The NBA hopes to restart the 2019-20 season at Walt Disney World Resort via a 22-team format in Orlando after the campaign was suspended in March due to the coronavirus pandemic.
Players are reportedly divided about the season resuming amid the COVID-19 crisis and unrest in the United States, where there have been nationwide protests after the death of George Floyd while in police custody in Minneapolis on May 25.
Commissioner Adam Silver admitted the league's planned resumption "may not be for everyone" but he is confident player concerns will be addressed.
Kyrie Irving and Dwight Howard are among those to have questioned whether the league should return amid the Black Lives Matter protests, and Portland Trail Blazers guard Lillard understands their point of view.
"I don't feel 100 per cent, but it's a risk that I'm willing to take," Lillard said to ESPN about playing when the NBA returns.
"This is what we do. This is our job and this is how we take care of our families. And also this is my way of providing for communities, impacting in my community.
"So, to play the game I love, to resume the season, I guess this is a risk that I'm willing to take.
"With the pandemic that we've been in over the course of a few months, I think basketball would have been or will be great for that.
"It will be us getting back to somewhat normalcy, of having our athletes on TV playing and doing what we do.
"But I think as far as the racial injustice, I think that is where a lot of the struggle is for a lot of athletes.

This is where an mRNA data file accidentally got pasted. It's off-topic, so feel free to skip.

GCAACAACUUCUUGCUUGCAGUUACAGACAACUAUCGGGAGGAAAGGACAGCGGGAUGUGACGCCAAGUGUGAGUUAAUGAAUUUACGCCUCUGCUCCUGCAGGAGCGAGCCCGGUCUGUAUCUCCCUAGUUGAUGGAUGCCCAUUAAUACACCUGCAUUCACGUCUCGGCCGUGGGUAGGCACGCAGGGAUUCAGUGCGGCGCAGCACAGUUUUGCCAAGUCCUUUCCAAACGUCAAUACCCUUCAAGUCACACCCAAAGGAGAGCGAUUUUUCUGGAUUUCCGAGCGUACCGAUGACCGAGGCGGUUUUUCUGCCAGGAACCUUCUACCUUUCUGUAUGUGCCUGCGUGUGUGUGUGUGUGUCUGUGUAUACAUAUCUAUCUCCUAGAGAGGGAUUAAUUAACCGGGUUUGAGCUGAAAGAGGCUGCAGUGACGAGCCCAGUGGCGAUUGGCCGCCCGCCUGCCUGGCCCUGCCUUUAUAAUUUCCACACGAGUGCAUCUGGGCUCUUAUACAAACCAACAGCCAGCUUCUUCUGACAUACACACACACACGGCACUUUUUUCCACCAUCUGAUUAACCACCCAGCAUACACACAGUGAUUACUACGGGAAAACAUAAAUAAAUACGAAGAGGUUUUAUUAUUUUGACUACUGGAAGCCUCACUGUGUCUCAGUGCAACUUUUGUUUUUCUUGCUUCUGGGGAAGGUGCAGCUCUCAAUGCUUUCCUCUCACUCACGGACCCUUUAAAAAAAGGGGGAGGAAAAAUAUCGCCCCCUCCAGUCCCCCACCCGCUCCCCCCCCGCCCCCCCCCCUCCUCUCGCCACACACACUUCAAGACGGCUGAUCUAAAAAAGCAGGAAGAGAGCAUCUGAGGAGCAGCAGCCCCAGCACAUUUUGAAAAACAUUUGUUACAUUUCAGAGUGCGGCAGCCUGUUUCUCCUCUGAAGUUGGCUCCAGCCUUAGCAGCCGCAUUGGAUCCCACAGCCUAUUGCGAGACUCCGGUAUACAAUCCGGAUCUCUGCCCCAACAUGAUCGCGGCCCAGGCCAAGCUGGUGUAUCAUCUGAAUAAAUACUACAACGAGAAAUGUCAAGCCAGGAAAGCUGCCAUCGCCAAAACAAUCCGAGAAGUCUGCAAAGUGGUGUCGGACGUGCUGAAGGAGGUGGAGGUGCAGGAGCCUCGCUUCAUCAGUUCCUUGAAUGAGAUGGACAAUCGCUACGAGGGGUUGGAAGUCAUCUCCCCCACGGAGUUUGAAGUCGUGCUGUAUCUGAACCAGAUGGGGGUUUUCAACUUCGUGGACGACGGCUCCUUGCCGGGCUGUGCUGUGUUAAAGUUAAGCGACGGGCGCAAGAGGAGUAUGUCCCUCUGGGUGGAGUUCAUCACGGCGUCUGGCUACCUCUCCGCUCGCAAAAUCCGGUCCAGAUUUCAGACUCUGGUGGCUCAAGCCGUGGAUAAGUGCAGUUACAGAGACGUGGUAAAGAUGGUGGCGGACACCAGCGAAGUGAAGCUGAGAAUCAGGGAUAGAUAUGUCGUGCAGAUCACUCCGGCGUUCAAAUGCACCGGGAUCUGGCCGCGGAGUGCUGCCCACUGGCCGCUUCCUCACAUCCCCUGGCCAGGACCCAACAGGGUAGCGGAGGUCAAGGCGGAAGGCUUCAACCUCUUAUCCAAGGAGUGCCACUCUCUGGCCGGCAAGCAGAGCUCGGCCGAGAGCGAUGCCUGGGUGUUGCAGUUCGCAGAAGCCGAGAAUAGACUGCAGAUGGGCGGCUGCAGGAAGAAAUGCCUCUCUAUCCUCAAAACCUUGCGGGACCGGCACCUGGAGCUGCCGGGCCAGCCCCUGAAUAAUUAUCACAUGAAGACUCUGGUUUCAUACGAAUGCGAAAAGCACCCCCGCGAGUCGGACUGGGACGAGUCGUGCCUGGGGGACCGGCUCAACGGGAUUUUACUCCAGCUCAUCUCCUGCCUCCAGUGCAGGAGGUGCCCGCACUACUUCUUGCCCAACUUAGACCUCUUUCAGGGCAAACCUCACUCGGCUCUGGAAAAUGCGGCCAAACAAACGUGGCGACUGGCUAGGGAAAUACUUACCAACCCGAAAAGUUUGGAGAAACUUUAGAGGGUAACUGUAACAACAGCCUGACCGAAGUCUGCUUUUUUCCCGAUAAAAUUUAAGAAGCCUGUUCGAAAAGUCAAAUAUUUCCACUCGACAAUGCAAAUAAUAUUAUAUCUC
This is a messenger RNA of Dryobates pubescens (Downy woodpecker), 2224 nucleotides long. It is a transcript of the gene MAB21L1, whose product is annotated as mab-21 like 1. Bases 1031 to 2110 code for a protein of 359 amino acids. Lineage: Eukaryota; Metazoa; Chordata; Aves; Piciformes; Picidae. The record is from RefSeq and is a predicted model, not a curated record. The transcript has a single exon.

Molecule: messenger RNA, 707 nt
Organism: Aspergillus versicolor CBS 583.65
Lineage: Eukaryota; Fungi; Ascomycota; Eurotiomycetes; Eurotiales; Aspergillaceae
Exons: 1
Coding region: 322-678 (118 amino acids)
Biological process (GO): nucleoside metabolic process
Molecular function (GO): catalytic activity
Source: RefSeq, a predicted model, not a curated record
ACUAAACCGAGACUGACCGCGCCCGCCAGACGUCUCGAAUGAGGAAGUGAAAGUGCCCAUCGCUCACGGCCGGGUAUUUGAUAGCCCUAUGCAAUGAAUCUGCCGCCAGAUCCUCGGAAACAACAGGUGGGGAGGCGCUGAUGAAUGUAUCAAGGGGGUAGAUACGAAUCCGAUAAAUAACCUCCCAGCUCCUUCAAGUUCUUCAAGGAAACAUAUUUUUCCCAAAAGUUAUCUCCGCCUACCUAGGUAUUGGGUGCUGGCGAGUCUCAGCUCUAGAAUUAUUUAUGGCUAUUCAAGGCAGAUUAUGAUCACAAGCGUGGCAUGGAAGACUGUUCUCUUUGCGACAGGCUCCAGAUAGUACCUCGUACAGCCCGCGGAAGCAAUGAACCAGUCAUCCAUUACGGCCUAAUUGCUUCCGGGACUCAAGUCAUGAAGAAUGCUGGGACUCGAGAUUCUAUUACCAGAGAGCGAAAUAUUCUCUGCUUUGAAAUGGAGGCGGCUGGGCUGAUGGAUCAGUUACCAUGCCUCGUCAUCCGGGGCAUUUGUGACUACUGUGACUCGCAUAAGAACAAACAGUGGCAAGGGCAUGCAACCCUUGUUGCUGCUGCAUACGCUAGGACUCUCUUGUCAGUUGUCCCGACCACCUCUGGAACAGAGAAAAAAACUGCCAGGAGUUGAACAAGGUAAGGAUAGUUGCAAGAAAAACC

"Our league is made up of so many African-American players and a lot of our hearts are with our people, our minds are with our people and we feel like we should be a part of that fight.
"That is what the struggle is. That's what you hear in a lot of guys coming out saying maybe we should be focused on that instead of worrying about going back in and jumping into this season.
"I can only speak for myself, but I think it goes for other guys as well, we are the financial support for our families and for a lot of our community.
"We bring a lot of that financial responsibility to support black businesses and black communities. So it makes a lot of sense for us from that standpoint.
"But a lot of guys in the league have a point. I think Kyrie and Dwight have a point. You know, so I understand it all."
Five-time All Star Lillard conceded it would be a strange feeling to return after all that has happened over the past few months.
"It's something that none of us have experienced in our lifetime," he said.
"I mean, the world literally shut down - I don't know if that's ever happened or when was the last time it did, if it has happened. But I think it'll be difficult, to say the least, because a lot of our hearts are with our people.
"So that's hard to go out there and be your best self, or the best version of yourself as an athlete, when something isn't sitting right with you personally.
"That's something that's not just going to go away. So we're not sure how it's gonna go. But we're gonna see when we get there."